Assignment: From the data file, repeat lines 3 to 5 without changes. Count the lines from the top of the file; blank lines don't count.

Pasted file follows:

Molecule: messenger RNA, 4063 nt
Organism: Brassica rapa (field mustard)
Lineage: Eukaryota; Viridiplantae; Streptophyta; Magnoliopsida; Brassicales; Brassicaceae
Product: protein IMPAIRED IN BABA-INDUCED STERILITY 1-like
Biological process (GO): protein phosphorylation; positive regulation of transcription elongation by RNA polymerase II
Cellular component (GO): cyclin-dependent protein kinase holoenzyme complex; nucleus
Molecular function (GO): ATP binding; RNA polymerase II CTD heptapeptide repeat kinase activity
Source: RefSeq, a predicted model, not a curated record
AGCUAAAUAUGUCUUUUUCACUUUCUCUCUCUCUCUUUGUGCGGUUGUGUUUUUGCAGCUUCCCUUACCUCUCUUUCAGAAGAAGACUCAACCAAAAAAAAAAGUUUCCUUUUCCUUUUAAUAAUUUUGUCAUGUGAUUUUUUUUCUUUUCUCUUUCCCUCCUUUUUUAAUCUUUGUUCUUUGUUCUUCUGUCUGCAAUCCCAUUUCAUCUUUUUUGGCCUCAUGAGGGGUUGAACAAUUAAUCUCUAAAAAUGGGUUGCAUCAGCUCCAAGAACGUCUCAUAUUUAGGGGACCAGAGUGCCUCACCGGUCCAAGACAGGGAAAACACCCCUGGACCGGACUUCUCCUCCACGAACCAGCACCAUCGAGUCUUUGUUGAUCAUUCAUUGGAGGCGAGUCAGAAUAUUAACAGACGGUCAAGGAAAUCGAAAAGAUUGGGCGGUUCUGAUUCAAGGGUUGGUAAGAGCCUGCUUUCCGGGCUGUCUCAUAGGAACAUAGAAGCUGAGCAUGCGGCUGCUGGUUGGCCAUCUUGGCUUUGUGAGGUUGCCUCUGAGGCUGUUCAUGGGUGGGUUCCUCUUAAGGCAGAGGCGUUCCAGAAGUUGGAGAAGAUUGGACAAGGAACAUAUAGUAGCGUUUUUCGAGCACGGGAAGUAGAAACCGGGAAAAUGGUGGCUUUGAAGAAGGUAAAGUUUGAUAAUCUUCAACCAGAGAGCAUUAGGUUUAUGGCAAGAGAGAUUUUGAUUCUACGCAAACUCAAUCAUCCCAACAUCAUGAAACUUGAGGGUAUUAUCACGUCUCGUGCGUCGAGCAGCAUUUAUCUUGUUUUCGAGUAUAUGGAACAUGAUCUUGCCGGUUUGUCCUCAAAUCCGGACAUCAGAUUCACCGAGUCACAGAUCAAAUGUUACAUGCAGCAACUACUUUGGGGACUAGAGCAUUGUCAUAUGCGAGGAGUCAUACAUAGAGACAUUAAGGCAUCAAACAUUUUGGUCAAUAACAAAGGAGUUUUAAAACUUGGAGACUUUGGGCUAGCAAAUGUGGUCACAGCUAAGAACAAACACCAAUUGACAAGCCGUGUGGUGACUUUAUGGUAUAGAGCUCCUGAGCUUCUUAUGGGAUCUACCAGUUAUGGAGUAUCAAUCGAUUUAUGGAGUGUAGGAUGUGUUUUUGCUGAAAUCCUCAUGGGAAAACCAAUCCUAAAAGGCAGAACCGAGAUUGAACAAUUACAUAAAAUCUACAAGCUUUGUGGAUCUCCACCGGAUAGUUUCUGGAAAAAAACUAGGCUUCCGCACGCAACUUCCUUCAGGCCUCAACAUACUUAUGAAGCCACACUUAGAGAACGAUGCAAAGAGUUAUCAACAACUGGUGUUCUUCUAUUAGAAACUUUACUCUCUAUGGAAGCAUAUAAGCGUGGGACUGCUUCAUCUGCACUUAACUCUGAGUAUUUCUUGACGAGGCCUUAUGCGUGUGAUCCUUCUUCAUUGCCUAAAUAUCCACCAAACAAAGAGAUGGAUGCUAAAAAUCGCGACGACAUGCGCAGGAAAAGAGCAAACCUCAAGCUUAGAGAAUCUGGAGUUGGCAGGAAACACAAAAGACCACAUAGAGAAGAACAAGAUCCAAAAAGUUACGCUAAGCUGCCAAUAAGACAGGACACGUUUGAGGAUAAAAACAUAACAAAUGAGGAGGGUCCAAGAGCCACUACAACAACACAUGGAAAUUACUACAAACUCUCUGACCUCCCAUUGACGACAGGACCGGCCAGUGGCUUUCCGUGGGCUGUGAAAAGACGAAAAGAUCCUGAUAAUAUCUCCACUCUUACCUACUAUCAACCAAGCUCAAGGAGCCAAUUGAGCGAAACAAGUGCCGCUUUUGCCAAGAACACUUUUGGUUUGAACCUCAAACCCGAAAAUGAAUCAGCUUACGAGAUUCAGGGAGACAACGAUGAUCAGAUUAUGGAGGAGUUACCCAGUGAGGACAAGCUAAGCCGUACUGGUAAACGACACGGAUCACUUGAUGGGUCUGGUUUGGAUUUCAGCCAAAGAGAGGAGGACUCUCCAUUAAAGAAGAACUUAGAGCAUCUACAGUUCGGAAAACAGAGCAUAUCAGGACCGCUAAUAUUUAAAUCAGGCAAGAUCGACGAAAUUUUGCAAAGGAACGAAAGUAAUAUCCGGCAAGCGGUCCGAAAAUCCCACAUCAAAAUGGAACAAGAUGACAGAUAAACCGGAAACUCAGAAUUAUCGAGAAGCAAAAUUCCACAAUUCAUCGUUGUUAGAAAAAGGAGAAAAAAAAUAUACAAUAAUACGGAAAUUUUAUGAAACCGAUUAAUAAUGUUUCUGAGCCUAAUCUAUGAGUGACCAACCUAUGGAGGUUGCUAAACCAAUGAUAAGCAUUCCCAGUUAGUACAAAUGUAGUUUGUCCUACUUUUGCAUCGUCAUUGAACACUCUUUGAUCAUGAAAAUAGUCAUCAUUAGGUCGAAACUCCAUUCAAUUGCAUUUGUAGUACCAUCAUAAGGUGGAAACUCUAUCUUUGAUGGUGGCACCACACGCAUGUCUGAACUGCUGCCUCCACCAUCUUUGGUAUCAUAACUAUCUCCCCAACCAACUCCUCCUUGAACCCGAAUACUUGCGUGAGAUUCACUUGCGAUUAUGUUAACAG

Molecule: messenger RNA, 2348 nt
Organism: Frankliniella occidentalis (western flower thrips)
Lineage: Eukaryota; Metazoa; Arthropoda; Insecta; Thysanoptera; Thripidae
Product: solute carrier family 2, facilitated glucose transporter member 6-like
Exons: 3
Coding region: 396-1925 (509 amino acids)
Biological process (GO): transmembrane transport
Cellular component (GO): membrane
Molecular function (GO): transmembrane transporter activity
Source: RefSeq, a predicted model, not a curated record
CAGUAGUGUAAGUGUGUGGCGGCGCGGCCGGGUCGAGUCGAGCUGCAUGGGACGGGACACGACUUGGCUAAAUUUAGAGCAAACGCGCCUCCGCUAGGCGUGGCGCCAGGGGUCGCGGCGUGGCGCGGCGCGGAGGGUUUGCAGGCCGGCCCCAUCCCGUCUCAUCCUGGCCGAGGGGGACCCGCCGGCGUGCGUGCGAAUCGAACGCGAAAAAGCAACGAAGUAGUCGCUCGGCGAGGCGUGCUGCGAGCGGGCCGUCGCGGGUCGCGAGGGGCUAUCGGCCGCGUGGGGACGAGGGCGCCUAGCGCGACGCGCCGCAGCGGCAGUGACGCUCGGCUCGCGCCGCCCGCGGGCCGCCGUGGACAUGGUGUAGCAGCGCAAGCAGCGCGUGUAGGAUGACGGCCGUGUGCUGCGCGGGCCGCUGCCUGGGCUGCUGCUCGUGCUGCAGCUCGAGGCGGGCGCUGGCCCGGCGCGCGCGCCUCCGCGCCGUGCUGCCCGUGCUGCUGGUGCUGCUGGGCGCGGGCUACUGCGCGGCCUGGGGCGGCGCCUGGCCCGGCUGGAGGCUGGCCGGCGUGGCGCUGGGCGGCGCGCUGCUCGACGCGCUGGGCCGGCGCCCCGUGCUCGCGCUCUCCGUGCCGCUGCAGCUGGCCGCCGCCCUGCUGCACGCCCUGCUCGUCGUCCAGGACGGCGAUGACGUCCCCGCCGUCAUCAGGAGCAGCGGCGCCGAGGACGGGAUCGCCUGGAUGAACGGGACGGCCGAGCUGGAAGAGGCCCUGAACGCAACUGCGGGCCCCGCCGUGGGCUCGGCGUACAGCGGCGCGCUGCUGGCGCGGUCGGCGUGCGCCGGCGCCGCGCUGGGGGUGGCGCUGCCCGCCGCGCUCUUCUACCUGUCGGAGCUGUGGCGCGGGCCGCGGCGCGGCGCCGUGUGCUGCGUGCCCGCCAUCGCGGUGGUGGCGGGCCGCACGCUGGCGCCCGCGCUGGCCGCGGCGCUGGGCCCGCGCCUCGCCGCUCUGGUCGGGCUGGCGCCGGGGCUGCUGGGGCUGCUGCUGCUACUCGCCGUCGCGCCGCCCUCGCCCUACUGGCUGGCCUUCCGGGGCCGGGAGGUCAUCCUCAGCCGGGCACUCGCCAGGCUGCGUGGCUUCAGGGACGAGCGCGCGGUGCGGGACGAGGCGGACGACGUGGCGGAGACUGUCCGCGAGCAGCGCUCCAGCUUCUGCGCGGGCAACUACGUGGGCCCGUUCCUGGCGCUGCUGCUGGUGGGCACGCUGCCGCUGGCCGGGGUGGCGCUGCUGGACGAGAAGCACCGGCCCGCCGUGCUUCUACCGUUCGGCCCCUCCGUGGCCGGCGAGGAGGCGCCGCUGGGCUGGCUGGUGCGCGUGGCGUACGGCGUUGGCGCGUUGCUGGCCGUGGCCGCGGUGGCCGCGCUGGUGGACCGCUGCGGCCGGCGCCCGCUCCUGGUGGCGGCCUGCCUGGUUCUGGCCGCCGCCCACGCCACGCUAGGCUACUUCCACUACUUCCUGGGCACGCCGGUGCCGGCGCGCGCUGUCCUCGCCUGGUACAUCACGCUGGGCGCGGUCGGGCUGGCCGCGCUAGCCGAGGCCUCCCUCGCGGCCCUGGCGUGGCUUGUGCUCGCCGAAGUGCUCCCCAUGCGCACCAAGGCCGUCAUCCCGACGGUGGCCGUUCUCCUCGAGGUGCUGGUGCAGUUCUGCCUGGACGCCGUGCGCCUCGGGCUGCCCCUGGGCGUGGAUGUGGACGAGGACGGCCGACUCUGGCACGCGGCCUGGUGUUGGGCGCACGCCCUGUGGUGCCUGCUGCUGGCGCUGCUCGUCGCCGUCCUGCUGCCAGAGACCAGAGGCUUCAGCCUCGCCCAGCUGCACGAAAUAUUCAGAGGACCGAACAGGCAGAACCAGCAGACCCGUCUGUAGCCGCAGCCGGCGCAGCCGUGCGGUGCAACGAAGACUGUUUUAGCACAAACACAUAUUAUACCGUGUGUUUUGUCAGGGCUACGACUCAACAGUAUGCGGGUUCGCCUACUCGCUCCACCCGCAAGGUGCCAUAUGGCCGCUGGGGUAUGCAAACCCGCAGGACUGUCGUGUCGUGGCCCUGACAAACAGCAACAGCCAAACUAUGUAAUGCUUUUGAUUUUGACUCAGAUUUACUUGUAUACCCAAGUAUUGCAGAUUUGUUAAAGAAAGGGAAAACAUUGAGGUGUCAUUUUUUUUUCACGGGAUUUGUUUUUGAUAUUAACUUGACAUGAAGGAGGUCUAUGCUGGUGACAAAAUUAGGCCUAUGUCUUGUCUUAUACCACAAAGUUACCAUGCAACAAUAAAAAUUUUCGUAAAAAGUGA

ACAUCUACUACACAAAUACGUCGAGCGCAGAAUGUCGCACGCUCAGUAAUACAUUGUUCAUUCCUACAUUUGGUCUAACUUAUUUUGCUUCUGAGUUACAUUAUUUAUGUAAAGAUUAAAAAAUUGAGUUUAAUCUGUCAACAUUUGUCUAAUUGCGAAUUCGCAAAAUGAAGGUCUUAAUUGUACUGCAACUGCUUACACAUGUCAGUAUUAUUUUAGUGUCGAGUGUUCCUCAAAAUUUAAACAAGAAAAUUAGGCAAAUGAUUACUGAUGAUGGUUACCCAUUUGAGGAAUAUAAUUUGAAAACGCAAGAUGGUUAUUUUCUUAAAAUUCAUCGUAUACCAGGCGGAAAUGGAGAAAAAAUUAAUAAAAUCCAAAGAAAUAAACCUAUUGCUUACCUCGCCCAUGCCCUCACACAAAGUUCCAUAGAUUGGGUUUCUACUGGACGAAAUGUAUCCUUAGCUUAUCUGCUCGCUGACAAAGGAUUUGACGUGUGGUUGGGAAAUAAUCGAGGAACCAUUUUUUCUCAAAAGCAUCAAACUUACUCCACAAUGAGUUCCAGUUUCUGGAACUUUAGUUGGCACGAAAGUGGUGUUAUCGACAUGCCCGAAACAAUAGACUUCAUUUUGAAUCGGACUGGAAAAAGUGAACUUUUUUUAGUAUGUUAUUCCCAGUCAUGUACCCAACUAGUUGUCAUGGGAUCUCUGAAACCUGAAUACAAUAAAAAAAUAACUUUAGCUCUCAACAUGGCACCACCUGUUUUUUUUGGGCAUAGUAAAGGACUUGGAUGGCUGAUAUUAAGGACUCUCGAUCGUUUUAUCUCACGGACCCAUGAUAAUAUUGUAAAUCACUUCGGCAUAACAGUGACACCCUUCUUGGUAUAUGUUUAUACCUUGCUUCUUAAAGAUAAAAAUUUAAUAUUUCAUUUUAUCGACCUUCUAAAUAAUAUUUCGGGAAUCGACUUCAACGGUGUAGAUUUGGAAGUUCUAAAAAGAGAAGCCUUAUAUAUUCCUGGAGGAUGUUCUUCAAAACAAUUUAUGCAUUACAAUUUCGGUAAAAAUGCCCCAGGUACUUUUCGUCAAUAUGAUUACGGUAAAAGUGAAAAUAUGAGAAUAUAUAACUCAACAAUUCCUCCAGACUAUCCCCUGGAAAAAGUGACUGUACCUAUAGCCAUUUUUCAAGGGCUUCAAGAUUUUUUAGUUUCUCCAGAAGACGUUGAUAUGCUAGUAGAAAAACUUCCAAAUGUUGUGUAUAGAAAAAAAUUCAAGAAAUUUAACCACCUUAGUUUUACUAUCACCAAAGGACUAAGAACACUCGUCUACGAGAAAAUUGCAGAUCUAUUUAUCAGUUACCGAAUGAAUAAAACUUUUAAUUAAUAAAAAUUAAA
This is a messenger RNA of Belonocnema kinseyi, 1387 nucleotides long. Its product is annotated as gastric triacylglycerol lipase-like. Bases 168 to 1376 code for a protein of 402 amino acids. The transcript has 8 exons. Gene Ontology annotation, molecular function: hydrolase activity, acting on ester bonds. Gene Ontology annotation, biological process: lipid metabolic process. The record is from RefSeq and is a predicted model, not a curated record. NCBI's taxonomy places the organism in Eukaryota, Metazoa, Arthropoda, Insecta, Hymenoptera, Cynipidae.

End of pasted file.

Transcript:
Lineage: Eukaryota; Viridiplantae; Streptophyta; Magnoliopsida; Brassicales; Brassicaceae
Product: protein IMPAIRED IN BABA-INDUCED STERILITY 1-like
Biological process (GO): protein phosphorylation; positive regulation of transcription elongation by RNA polymerase II